The first thing I liked about Kirsten Anker’s book was its title.1 The idea of a declaration of interdependence is extremely evocative, and multilayered. It foregrounds values of connection and interdependence as basic to legal relations, within and between cultures, and also between human societies and our ecologies and environments. At the same time, it constitutes an ironic reflection on non-Indigenous histories, with their insistence on independence. Assertions of independence have been vital to shaping the nation-state world we currently live in, and which forms the legal and philosophical backdrop to this book. Declarations of independence may still have a defensible role in a world which oppresses marginalized groups and fails sufficiently to promote the self-determination of colonized peoples. But interdependence goes further, and acknowledges interconnection between peoples and their worlds – it reasserts that there are relations of dependence between groups, and relations between their laws. It also, and this is the real depth of this particular book, shows how the very act of defining and understanding any law in this context brings into play multivocal exercises of recognition, translation, and negotiation.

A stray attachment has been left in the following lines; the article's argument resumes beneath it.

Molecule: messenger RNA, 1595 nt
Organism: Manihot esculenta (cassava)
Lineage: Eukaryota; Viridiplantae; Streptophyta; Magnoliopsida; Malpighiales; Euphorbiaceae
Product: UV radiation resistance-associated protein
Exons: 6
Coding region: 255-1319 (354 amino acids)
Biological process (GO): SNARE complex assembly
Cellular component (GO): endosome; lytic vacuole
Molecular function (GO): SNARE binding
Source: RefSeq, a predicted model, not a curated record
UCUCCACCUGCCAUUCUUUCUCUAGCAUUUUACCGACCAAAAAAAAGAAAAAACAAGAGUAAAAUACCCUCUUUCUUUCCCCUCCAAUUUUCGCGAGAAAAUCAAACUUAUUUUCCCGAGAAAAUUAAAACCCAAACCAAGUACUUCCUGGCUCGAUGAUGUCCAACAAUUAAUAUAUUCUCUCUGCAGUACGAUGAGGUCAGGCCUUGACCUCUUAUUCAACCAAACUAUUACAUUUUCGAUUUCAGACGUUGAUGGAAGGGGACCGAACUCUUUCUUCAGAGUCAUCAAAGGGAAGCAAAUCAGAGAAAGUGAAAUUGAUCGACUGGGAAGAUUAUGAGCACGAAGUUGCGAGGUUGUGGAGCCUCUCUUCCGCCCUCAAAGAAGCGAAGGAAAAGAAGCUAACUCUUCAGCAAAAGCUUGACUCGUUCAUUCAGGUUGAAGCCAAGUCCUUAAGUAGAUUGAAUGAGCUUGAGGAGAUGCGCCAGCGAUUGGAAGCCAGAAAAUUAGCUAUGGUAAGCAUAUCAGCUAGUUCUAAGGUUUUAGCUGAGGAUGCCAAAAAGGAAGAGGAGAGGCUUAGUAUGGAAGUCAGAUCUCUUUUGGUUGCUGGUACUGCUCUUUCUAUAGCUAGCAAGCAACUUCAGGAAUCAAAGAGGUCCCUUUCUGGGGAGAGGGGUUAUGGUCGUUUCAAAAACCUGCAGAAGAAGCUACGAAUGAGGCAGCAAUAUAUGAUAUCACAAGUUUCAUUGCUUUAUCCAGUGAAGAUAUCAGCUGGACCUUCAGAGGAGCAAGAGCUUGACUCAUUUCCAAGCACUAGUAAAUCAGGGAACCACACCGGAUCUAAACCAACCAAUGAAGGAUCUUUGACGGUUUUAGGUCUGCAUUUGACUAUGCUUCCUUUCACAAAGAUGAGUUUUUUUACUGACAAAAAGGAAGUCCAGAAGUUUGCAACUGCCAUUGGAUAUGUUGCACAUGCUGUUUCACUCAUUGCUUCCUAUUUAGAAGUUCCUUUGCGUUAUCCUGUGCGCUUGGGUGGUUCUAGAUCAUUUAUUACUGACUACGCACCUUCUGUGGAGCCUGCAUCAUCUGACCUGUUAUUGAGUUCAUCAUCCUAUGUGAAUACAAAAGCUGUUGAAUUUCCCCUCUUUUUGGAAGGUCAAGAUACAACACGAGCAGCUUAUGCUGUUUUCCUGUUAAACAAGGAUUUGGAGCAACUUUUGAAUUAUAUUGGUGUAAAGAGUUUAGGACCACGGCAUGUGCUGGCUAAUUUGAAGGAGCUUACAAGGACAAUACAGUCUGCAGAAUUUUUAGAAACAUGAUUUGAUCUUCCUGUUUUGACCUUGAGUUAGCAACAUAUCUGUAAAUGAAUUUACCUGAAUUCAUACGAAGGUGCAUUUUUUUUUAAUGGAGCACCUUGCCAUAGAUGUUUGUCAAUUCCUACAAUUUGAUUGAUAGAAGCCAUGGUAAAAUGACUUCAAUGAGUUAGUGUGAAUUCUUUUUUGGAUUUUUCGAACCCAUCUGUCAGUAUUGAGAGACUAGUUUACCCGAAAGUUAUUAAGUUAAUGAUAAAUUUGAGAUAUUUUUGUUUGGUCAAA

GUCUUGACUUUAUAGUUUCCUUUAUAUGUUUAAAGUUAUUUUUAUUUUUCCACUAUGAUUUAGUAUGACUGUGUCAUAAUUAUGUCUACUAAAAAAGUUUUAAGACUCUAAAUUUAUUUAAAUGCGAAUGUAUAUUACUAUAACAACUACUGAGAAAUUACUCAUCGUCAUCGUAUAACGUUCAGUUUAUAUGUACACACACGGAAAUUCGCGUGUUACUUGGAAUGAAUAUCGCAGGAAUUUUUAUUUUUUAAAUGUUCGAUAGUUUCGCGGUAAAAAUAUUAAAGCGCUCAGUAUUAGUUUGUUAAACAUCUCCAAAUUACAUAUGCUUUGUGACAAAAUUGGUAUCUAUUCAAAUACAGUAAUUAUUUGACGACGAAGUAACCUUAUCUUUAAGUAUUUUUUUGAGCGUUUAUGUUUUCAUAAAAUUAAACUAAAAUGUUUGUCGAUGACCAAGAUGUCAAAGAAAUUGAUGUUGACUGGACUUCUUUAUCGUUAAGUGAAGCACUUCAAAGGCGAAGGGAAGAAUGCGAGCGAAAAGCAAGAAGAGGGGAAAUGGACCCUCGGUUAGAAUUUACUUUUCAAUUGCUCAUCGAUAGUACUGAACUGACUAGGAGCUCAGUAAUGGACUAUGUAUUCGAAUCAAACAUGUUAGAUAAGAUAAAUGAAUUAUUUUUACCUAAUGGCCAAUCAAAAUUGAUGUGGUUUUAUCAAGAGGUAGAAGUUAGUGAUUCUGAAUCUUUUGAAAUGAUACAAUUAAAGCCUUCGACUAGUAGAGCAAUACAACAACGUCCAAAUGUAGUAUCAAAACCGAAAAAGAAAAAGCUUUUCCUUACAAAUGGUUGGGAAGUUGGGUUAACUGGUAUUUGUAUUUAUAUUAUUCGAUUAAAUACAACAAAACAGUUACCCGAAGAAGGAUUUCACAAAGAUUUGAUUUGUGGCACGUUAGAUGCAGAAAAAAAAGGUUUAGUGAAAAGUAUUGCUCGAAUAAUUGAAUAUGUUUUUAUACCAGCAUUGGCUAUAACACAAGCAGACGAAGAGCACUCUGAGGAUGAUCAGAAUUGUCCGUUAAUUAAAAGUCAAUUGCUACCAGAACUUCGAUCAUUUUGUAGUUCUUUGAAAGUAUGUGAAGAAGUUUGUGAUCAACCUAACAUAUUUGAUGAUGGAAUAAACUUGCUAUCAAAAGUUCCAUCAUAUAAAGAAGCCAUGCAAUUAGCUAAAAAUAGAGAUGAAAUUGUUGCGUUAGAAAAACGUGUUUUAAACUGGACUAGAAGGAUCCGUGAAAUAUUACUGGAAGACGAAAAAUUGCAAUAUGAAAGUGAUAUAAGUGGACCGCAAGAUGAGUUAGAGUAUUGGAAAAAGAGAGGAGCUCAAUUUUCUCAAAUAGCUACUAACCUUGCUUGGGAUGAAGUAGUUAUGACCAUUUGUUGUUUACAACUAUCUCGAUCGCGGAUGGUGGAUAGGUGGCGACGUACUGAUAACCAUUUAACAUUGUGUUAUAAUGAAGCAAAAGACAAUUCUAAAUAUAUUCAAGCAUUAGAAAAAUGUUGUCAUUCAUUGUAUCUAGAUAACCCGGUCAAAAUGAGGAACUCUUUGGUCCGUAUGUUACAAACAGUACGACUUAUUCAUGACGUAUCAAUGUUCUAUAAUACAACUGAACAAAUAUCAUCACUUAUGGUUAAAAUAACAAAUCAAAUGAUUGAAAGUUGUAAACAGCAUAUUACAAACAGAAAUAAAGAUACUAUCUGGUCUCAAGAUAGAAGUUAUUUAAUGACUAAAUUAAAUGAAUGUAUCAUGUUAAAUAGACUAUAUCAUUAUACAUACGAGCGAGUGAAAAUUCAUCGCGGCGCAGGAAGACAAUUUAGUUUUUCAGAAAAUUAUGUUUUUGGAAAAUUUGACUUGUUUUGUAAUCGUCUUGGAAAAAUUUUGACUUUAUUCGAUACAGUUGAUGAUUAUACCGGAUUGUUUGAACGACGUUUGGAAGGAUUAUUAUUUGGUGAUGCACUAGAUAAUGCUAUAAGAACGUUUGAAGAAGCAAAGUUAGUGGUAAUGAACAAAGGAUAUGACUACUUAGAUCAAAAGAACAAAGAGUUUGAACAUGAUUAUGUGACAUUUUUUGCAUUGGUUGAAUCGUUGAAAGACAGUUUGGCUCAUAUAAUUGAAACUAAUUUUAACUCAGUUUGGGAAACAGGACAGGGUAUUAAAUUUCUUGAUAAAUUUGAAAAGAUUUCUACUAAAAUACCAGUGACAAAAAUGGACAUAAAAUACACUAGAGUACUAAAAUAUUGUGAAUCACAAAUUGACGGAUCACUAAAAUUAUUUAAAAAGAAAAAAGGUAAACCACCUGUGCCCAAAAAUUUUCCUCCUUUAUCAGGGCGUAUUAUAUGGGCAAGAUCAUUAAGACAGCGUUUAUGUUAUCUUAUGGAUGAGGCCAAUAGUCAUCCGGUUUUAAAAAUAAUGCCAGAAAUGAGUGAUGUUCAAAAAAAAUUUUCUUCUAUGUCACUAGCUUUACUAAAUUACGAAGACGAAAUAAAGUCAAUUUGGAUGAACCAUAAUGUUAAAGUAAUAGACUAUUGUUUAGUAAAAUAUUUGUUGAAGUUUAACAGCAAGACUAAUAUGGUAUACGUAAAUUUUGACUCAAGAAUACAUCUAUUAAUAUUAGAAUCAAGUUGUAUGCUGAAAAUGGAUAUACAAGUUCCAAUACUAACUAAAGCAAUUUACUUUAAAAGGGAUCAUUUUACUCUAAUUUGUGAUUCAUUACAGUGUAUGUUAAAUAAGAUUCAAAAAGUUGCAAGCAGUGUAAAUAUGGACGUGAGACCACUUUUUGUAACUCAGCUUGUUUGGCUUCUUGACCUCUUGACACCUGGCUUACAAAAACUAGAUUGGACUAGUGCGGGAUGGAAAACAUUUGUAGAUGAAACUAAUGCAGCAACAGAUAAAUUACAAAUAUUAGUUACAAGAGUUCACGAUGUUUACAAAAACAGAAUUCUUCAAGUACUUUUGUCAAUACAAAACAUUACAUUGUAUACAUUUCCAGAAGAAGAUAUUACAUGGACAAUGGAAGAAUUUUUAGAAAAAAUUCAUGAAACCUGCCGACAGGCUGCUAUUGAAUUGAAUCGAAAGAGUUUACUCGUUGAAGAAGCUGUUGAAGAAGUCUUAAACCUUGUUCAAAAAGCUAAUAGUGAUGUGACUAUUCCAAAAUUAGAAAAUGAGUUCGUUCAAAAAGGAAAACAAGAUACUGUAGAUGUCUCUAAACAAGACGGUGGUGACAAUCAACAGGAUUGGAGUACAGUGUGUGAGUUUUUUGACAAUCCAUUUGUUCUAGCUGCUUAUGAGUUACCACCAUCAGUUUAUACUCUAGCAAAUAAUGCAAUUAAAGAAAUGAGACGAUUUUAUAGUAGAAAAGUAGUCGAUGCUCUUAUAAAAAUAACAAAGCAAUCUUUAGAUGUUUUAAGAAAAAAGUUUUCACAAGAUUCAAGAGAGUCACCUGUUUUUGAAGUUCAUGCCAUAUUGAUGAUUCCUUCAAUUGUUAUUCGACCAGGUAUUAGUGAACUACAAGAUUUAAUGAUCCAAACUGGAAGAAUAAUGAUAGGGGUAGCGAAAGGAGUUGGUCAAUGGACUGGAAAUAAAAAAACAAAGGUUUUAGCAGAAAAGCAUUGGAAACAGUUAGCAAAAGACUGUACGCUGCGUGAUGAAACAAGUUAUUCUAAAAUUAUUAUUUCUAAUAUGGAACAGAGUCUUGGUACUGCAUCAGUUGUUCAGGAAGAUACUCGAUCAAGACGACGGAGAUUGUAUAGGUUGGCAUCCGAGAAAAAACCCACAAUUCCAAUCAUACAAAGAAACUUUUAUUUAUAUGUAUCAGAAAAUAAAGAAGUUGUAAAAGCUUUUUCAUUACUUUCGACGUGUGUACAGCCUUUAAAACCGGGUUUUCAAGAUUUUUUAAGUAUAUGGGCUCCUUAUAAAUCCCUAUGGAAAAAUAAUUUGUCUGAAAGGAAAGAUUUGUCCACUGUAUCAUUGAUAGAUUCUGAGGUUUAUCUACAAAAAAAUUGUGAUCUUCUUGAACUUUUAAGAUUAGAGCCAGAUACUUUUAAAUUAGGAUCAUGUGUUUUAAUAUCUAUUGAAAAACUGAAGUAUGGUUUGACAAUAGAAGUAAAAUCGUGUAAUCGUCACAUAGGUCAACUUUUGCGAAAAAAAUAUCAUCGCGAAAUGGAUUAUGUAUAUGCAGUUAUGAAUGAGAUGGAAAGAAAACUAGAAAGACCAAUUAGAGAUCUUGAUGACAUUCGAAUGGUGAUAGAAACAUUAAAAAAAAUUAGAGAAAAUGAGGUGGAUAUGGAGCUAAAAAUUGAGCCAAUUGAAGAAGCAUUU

Throughout the book, Anker emphasizes that she seriously regards all sides of a relation as ‘dependent’ on the others (as well as, to a lesser degree, ‘independent’). In the context of Anker’s study, which primarily concerns legal relations between Indigenous and non-Indigenous people in Australia, the ‘sides’ of the relation are primarily two. When the two sides come together to negotiate or determine their legal relations, each is dependent on the other. This is not to deny the existence of state dominance or, on the other hand, to say that there can be no self-determination or autonomy for Aboriginal people. Rather it conveys the way that ‘decisions and their consequences will always be taking shape in relation to other communities and governments, at different scales.’ (P. 194). In order for there to be any real encounter between different legalities, they each have to be open to the other, and in particular to the process of being reconstituted by the other. Anker argues this mutual dependence by reference to philosophical tradition. In particular she points out that approaches to recognition and translation will be extremely problematic if understood or practiced simply in terms of one (sovereign) side having all of the power to recognize the other, or being permitted to assume that their own conceptual tools are sufficient to render the other’s world intelligible. For recognition and translation to work and for justice to be a plausible goal, the interpretive and conceptual horizons of both sides must shift. Even more importantly, Anker also argues this case inductively from detailed readings of significant native title cases, and through an analysis of the nature of negotiated settlements. At their most positive, even within the decision-making framework of state law, these sources show people coming together in a jurisgenerative space, in which ‘law’ appears as a dialogue rather than being given from above. (P. 103). At the same time, the opportunities for state law to misrecognize and mistranslate Aboriginal law, because of doctrinal dogmatism, ideology, or other limitations, remain considerable. The detail provided by Anker to illustrate these points is extraordinary, and quite impossible to do justice to in a short review.